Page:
Last April, Gradel was named Broken Arrow’s Teacher of the Year for her innovative teaching style. Three months later, she was named as one of 12 finalists for Oklahoma Teacher of the Year by the Oklahoma State Department of Education (OSDE). Of those 12 finalists, Gradel was chosen as Oklahoma’s winner by a panel of educators, members of the business community, legislators and nonprofit partners after an intensive evaluation and interview process.
State Superintendent of Public Instruction Joy Hofmeister said Gradel's commitment to teaching has translated into positive change well beyond the Broken Arrow district.
"Donna understands the true potential of each of her students," said Hofmeister. "She differentiates instruction to meet the needs of each individual, challenges them to solve real-world problems, then goes one step further by modeling opportunities to implement their innovations to make a difference in the lives of people in Oklahoma and across the globe."
Gradel will remain in her classroom for the reminder of the school year. Starting July 1, 2018, she will serve as the Oklahoma Ambassador of Teaching, representing Oklahoma in the national competition by sharing knowledge and resources with fellow educators around the state and encouraging education as a profession.
“Mrs. Gradel is not only an amazing teacher, but she is also a positive example to students and adults alike. She truly believes everyone can make a difference in the world,” BAHS Principal Liz Burns said. “It is an honor to work alongside her, watching as she ignites a passion within her students for science and service through creative, life-changing projects.”
One of her projects that gained national attention was creating a low-cost, sustainable fish food for developing countries.
In 2014, Gradel and a group of students were awarded a $10,000 grant through the Lemelson Foundation and Massachusetts Institute of Technology. Her team was the first in Oklahoma to receive this grant and was one of only 15 in the nation.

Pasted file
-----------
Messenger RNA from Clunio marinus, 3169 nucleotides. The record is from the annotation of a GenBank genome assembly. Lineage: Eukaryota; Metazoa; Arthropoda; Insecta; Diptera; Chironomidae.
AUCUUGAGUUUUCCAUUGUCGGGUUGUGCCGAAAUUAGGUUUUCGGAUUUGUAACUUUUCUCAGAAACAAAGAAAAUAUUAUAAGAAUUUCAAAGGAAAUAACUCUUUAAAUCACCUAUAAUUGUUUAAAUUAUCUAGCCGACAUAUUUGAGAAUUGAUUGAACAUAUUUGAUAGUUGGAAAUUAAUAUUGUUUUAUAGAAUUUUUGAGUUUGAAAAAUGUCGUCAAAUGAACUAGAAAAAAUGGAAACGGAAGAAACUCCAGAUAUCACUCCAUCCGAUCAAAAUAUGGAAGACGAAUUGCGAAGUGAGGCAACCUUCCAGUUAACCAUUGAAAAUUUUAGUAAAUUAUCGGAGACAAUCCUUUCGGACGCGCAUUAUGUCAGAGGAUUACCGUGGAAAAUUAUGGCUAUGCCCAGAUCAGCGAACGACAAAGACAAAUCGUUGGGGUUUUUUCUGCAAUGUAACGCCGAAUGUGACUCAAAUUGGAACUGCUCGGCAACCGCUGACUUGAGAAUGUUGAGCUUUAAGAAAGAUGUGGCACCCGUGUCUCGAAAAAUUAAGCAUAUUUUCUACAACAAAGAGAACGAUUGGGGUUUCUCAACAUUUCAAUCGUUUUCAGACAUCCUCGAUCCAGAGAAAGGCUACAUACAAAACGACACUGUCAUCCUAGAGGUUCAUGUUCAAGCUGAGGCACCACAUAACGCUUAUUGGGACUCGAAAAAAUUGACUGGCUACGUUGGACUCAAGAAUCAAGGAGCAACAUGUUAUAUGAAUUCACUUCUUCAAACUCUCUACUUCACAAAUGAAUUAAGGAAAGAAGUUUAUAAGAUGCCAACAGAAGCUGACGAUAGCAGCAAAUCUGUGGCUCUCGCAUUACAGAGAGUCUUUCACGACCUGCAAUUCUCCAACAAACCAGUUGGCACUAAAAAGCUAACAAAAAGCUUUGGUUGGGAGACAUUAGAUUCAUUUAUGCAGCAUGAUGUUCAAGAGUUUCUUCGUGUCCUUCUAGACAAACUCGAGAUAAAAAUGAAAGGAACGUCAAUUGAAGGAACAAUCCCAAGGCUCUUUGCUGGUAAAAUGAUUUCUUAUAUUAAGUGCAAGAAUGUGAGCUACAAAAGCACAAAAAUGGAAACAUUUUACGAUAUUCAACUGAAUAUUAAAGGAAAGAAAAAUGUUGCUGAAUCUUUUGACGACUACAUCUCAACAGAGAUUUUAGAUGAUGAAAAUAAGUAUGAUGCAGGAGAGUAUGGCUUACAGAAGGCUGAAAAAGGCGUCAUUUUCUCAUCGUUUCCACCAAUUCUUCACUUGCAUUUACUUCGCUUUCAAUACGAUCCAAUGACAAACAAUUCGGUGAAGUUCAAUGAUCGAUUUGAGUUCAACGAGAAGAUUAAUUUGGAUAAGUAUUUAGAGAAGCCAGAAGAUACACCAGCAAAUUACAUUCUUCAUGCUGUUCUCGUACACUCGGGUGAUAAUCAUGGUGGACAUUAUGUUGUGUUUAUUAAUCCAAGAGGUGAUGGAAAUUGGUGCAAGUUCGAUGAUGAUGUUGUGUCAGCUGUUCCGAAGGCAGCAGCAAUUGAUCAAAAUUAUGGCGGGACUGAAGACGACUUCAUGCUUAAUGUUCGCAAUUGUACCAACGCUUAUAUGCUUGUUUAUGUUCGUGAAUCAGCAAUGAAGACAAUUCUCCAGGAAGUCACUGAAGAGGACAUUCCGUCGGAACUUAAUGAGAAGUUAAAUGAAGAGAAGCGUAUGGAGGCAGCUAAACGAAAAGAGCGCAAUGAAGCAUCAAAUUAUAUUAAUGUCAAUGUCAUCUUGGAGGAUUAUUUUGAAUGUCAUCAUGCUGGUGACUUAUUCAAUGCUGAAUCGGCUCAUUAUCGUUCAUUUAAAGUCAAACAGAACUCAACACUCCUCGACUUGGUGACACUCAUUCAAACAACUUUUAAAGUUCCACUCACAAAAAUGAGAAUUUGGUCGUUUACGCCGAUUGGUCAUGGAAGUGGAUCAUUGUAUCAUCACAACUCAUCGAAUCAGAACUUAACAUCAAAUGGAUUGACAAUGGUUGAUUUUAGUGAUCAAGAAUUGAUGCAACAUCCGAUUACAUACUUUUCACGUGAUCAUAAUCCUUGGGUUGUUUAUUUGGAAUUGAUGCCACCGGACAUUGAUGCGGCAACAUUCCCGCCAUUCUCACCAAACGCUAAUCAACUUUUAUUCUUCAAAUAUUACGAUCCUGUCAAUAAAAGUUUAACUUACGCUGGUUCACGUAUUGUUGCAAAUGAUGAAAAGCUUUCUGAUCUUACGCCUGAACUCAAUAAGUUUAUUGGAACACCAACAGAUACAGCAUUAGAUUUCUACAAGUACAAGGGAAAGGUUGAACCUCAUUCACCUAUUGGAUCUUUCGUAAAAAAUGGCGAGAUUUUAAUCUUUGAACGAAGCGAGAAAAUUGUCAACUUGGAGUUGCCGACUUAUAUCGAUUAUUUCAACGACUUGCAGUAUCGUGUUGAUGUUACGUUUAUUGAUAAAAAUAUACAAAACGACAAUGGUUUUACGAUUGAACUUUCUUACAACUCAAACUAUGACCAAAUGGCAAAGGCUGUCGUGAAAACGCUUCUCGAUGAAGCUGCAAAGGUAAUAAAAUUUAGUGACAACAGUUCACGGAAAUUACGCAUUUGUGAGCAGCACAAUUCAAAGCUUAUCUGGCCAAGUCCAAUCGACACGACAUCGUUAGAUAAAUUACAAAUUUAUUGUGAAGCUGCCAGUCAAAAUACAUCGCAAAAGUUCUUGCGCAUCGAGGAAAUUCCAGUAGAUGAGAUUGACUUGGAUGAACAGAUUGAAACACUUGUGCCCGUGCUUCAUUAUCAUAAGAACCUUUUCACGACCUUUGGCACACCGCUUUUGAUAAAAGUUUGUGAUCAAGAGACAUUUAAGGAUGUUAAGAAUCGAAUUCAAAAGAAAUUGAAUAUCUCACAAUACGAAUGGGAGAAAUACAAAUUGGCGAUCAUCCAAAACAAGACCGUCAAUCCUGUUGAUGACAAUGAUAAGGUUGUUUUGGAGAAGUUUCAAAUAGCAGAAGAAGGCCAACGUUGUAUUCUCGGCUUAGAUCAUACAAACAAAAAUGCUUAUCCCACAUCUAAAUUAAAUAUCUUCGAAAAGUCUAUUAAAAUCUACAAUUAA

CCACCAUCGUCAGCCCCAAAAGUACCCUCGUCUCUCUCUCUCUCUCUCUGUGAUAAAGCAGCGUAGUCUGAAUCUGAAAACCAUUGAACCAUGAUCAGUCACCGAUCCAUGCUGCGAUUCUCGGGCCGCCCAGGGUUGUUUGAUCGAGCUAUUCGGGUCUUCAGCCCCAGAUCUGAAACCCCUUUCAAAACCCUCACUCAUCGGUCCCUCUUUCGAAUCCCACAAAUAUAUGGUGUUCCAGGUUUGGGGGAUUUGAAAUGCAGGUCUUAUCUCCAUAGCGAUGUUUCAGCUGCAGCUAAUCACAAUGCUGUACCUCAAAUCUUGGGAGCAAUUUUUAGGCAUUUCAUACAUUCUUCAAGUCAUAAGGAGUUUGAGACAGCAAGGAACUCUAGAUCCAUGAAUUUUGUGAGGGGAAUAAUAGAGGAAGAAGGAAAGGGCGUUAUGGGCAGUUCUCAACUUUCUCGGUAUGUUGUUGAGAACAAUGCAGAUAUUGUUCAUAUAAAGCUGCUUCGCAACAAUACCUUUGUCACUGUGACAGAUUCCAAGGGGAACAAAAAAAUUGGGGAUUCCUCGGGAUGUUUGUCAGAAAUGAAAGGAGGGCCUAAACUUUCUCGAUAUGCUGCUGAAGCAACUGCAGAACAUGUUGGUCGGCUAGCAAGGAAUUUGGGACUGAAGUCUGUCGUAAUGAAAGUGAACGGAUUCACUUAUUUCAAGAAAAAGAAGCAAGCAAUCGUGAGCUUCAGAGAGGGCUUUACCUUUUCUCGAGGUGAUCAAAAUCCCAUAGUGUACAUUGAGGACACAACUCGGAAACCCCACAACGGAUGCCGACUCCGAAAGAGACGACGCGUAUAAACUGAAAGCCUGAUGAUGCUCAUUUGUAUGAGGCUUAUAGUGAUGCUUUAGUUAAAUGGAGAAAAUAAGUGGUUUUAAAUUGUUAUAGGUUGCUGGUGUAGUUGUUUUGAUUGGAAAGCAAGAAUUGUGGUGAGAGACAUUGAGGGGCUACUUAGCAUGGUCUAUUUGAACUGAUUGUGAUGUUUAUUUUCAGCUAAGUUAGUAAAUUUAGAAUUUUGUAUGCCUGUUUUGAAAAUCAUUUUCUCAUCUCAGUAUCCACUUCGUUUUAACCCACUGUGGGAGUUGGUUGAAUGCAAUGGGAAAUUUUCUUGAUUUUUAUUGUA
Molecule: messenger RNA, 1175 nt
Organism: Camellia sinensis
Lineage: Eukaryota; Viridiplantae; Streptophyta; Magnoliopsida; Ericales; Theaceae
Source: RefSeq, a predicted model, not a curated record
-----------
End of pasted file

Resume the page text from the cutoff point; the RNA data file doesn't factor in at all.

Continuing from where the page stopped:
“In addition to collaborating with engineering experts and prestigious inventors, my students applied curricular content, research, critical thinking skills and innovative design,” Gradel said. “They are discovering they can make a difference in the lives of those half-way around the world by utilizing their knowledge to solve a problem.”
In the summer of 2016, a group of Broken Arrow students traveled to Kenya to train the residents at a local orphanage on how to produce their own tilapia fish food, which was a protein-rich formula of indigenous, all-natural fish food made of a mealworm and algae mixture.
One of those students who traveled alongside Gradel was BAHS alumnus Jacob Taylor, who was also a National Merit Finalist and Presidential Scholar Semifinalist.
“Mrs. Gradel gave me direction and confidence in my abilities as a student, leader and servant in the world,” Taylor said. “I love sharing about how she has impacted my life in particular, but it is important to note that I can think of 30 other kids who could stand in the same place with more incredible stories to tell about her. She is truly a vanguard of education in this school and in the world.”